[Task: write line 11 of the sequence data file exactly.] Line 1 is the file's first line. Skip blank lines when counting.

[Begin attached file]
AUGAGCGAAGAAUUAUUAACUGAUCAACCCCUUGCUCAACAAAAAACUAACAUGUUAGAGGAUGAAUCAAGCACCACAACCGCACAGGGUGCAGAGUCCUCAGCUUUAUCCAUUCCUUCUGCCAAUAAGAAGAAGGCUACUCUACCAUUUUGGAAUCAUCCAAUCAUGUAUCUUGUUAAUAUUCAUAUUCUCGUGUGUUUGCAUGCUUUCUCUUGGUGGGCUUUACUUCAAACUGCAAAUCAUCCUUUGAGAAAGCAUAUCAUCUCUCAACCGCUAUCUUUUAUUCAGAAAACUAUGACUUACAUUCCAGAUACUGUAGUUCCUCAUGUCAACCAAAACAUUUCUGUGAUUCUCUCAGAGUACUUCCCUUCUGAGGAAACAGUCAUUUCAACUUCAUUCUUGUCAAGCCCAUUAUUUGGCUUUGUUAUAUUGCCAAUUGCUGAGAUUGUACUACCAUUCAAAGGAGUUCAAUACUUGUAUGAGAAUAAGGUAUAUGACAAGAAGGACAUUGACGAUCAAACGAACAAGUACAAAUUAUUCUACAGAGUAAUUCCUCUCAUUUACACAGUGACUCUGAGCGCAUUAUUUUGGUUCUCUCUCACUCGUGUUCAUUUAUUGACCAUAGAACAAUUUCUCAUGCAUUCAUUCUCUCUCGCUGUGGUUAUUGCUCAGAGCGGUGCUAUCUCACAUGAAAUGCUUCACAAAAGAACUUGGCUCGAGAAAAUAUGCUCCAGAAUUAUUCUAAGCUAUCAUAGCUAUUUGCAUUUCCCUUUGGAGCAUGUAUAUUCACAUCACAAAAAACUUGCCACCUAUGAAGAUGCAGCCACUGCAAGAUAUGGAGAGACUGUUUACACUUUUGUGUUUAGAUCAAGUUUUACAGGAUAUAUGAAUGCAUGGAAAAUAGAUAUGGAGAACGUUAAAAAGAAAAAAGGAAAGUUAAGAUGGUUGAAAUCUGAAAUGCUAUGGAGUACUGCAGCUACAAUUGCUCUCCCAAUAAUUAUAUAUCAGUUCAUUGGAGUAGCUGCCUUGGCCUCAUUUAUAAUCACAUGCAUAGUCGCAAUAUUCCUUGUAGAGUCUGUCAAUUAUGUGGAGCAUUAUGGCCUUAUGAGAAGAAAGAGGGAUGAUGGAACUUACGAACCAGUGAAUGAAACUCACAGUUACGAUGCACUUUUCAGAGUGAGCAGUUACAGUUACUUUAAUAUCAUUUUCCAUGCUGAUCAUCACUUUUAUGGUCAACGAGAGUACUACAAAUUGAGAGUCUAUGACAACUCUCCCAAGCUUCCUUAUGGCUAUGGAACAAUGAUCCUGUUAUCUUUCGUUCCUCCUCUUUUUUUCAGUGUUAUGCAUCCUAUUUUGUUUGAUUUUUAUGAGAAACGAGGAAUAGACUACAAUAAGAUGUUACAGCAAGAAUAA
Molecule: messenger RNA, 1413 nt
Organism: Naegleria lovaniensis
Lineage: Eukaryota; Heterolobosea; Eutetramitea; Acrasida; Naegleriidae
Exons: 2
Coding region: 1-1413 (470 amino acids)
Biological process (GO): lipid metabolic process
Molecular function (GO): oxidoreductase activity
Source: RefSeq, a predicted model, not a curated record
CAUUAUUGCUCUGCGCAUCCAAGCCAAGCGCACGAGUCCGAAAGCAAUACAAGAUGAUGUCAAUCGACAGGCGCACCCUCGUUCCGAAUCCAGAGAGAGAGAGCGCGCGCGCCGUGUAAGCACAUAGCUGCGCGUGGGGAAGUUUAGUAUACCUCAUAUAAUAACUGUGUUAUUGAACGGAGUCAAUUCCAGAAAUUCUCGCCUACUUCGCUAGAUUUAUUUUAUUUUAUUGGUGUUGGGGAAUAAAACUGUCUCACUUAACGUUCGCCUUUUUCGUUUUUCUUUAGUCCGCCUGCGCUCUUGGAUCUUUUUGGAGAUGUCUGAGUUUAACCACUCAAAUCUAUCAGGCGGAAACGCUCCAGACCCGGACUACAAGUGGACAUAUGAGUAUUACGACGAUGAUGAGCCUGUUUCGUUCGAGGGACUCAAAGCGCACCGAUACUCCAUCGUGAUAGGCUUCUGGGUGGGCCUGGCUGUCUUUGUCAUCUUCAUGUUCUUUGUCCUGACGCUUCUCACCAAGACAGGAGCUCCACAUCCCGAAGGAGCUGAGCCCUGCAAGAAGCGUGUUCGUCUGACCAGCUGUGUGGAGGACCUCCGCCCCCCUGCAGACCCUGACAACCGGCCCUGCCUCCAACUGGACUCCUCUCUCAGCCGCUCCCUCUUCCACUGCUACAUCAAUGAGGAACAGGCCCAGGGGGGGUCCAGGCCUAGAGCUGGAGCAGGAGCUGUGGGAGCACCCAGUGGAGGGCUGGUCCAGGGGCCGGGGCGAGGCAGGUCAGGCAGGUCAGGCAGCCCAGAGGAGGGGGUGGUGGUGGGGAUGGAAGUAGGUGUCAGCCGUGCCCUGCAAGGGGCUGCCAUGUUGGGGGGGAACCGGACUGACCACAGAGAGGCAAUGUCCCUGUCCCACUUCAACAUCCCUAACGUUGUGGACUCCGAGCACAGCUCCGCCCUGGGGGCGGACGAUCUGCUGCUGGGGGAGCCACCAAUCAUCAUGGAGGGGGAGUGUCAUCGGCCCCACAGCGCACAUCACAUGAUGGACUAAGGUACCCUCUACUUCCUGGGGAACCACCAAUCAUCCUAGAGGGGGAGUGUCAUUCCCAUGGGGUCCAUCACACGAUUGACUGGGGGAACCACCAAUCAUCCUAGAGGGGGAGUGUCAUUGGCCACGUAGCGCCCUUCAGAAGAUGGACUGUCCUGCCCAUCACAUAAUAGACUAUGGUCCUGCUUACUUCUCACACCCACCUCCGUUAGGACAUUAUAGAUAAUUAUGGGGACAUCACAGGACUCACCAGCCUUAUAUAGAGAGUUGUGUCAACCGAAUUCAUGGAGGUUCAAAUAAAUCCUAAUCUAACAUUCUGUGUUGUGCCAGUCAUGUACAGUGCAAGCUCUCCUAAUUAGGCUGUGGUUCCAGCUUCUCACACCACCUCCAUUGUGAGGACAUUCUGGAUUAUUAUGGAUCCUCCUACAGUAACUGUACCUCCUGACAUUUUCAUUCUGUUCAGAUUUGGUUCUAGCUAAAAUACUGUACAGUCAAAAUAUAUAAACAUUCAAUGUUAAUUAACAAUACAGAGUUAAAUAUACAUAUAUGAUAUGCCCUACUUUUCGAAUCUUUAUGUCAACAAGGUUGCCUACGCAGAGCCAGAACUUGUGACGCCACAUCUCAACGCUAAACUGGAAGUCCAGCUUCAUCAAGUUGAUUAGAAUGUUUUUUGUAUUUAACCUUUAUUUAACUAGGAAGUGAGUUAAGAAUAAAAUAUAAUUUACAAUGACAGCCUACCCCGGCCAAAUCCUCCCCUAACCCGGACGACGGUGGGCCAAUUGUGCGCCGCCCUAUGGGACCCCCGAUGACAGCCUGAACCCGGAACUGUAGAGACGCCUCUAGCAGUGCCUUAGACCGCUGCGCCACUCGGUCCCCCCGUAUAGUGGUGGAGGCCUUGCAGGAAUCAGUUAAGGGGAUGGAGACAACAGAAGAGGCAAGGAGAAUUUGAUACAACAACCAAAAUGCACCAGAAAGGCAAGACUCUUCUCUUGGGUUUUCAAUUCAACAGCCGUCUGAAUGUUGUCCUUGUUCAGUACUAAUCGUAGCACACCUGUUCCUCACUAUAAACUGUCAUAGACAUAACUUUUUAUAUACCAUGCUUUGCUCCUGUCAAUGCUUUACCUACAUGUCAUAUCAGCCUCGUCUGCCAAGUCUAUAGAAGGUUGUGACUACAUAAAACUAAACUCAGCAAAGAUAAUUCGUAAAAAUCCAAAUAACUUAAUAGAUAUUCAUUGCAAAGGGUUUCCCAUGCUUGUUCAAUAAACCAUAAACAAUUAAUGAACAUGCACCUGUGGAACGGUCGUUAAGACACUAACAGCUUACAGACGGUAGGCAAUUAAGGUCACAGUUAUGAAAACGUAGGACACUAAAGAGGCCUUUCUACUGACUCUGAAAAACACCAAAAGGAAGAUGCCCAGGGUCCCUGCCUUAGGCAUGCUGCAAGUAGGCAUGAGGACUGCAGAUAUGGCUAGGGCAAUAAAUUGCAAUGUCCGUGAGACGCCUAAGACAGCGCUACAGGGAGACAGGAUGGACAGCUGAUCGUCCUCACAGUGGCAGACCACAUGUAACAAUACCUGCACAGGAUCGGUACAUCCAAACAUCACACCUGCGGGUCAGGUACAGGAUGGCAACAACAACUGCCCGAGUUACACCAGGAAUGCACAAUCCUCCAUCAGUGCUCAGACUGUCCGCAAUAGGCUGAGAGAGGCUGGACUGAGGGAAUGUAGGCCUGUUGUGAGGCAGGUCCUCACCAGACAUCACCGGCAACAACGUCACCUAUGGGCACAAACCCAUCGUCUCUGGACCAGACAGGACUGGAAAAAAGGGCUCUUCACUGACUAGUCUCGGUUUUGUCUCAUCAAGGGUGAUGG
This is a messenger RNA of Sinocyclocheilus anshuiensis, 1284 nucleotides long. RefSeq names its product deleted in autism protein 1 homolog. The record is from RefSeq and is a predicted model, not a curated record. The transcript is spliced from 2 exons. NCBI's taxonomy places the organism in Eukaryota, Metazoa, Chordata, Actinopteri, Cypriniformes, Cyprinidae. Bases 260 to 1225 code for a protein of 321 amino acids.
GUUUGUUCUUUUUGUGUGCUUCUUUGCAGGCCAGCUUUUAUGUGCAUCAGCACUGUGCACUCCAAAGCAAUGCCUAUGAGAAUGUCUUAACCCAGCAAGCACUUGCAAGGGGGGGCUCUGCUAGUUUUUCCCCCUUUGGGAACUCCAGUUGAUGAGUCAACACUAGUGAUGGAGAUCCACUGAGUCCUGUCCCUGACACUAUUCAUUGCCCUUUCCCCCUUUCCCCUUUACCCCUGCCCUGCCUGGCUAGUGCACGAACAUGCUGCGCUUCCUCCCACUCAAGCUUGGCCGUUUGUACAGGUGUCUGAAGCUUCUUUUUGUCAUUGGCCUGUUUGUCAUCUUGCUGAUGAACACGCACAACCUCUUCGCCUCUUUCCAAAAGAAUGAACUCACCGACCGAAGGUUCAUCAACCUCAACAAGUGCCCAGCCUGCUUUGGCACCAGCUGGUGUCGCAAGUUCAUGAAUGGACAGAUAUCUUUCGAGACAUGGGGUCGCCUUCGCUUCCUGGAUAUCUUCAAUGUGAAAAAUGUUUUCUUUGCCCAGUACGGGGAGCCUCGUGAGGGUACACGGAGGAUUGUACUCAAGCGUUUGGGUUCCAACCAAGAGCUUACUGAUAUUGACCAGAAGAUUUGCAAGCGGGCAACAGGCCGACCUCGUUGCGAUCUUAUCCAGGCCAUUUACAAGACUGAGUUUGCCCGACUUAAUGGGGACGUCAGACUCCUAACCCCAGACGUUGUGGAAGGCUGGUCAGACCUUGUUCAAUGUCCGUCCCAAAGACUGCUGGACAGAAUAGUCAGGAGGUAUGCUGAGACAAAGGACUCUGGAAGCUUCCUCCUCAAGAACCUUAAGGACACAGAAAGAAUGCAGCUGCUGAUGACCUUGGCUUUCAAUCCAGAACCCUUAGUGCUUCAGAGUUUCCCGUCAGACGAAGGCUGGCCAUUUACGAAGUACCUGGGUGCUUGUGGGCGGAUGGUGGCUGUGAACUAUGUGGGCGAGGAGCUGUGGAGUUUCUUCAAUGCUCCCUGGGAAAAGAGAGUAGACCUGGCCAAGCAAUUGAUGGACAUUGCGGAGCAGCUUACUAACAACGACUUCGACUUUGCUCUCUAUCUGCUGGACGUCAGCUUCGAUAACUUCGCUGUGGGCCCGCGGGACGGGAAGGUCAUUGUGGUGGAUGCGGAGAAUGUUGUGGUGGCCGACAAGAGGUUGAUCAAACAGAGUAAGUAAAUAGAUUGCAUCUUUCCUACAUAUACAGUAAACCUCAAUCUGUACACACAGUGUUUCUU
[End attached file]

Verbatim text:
This is a messenger RNA of Sinocyclocheilus anshuiensis, 1284 nucleotides long. RefSeq names its product deleted in autism protein 1 homolog. The record is from RefSeq and is a predicted model, not a curated record. The transcript is spliced from 2 exons. NCBI's taxonomy places the organism in Eukaryota, Metazoa, Chordata, Actinopteri, Cypriniformes, Cyprinidae. Bases 260 to 1225 code for a protein of 321 amino acids.